Functionalism is, no doubt, a huge factor in design today and has been since the end of the Victorian era when Modernism began. Modernism is a term used to describe the aesthetic of functionalism between the turn of the century and the mid-late twentieth century. Modernism advocated a bare bones approach to “design.” It centered on cost, industrial production, and efficiency. Modularity became popular in this time largely advocated by the architect Corbusier. But as pure as these designers tried to be in their thought and as much as they broke with old ideals of beauty they were certainly concerned with creating their own aesthetic. This concern for aesthetic proves that a purely functionalist definition of design is not a sufficient one; beauty always must play a role. Moreover, it cannot just be any beauty. The stark beauty of modernism no doubt has a strong appeal but to many proved uninhabitable, and even inhuman. Ray and Charles Eames, two of the greatest proponents of modernist industrial design and architecture, themselves had a home “cluttered” with nick knacks and decorations.

As a side note which is might be helpful in defining design, this is a point at which design largely breaks from art. As we have just noted modernist design was largely inaccessible to the masses and was therefore ineffective. In the same way modernist art was inaccessible and was largely rejected. This triggered a turning inward an incurvatus in se, that the art world has largely not recovered from and has caused many to claim that art is dead. Conversely the world of design is in a much different state, because it has been forced to deal with the faults of modernism, though it is hard to say if design is healthier.

Based on this apparent need for humane beauty and the consideration of the individual in design, we must re-shape our definition of design. We could say that design must be functional, utilitarian and simultaneously aware of its user. This is roughly the definition we see today, the one that is most accepted at RISD and beyond. It involves identifying user groups, researching markets and ergonomic studies; it puts the human before the product, or so it seems. Ironically, design has, to some extent, become a tool for taking money from individuals, many of whom cannot afford it, and giving it to those who already have it. At the same time it is indirectly creating waste that is harmful to everyone on earth. Design is being used by the rich executive who is made or broken by the level of exploitation and deceit they are able to achieve. In this sense design is in no way putting humanity before product. Our current definition of design is meager and ambiguous and, in our disposable, consumer culture, it panders to the deceitful and wasteful.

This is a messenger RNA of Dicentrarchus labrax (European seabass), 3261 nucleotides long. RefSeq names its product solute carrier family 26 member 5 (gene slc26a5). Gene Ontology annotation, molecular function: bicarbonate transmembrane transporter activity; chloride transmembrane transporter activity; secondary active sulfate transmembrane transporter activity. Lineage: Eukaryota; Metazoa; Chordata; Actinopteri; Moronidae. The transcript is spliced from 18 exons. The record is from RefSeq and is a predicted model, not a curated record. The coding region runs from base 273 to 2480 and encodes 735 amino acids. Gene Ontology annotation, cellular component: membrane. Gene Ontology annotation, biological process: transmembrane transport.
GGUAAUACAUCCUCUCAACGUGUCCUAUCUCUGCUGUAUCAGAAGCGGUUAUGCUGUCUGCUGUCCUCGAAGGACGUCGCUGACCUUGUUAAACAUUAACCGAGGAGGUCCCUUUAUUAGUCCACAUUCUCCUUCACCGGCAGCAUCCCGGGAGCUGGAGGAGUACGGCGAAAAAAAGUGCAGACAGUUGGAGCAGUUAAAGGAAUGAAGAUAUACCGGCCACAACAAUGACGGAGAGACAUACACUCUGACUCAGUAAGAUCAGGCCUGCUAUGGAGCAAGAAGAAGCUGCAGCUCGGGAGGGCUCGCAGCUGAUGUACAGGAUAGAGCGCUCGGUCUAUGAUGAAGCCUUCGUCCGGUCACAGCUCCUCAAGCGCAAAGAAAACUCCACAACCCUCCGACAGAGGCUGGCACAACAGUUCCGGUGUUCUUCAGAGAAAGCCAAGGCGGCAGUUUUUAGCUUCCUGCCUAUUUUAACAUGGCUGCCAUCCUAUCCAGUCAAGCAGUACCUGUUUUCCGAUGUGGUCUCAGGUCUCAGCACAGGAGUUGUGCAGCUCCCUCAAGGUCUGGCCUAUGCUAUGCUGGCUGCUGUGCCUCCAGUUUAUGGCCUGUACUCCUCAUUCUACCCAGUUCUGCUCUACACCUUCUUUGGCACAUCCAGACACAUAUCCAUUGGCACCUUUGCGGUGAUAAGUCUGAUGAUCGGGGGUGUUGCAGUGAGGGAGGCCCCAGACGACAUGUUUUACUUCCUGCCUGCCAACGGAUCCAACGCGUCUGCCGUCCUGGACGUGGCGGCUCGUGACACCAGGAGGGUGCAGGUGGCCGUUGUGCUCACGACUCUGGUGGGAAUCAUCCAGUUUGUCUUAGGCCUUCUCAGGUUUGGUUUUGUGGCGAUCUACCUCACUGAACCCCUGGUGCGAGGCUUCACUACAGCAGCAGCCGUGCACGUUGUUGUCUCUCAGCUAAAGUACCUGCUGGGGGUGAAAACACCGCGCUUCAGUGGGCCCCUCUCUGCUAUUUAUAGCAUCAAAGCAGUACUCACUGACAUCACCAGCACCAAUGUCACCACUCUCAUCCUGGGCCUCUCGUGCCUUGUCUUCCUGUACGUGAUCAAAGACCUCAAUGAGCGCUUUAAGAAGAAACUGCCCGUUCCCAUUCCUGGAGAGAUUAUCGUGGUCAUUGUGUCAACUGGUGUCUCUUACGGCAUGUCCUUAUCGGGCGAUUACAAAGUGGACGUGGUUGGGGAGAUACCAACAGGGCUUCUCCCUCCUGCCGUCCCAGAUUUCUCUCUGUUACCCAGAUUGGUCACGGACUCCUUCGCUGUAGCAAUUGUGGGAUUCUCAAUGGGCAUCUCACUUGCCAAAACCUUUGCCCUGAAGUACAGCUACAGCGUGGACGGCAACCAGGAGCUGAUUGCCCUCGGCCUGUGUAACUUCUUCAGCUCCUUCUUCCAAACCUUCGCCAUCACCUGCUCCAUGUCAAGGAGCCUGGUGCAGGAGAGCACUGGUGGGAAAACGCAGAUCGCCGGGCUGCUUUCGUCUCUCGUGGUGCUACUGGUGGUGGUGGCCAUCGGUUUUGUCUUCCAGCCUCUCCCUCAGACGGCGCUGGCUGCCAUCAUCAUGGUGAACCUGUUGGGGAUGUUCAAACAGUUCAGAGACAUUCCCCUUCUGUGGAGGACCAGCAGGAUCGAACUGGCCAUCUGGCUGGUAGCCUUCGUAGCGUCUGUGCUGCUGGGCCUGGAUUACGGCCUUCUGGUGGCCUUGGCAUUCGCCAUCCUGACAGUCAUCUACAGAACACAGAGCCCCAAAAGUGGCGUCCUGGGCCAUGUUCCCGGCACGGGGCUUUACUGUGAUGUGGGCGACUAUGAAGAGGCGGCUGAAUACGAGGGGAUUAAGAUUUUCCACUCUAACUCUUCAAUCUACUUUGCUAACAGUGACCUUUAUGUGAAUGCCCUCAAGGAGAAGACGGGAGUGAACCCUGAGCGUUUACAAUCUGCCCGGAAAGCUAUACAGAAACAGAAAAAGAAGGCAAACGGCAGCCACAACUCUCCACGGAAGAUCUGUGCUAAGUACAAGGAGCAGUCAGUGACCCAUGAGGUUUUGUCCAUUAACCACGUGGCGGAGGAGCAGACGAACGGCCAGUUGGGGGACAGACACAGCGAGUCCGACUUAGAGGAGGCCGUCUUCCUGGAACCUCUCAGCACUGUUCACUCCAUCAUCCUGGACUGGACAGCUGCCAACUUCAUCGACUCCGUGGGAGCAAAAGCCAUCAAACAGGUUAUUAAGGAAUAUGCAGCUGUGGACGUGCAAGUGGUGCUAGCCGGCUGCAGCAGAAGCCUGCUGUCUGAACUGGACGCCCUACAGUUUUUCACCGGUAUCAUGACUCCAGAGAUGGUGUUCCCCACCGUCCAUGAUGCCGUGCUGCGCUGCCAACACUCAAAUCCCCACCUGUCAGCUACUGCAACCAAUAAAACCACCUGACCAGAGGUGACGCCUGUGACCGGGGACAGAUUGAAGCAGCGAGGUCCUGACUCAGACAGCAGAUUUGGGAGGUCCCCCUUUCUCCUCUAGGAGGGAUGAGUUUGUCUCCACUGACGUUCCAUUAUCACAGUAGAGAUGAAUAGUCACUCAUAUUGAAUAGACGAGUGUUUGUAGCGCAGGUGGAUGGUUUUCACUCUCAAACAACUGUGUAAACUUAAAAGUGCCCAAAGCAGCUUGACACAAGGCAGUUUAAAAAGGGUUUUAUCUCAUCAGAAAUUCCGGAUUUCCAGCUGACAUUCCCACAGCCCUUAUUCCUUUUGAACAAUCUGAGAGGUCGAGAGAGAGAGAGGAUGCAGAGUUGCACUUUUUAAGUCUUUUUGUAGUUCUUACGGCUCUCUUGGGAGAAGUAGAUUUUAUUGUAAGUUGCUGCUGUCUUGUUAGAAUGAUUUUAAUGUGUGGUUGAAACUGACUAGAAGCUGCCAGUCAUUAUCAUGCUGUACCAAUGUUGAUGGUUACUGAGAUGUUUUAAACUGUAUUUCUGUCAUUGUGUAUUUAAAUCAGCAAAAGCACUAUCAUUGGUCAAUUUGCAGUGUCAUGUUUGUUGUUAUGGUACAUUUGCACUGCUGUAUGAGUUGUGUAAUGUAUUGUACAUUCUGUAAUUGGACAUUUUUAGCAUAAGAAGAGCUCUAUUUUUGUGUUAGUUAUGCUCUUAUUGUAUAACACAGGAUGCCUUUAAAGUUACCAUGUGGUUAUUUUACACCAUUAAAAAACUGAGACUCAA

Thankfully things are starting to change. With the rise of awareness about the environment, the current world financial crisis and continued humanitarian travesties the design world is beginning to wake up. Designers are a crucial cog in the machine of the modern consumer market and thus have potential power. Being a financially stable, skilled and critically thinking group of individuals, designers have not only power but also the responsibility to bring about change. Those below us on the chain of production are largely financially bound and those above us have too much to lose. As the next generation of designers we must redefine ourselves in a way that will stabilize our economy, aid those in need and protect our planet.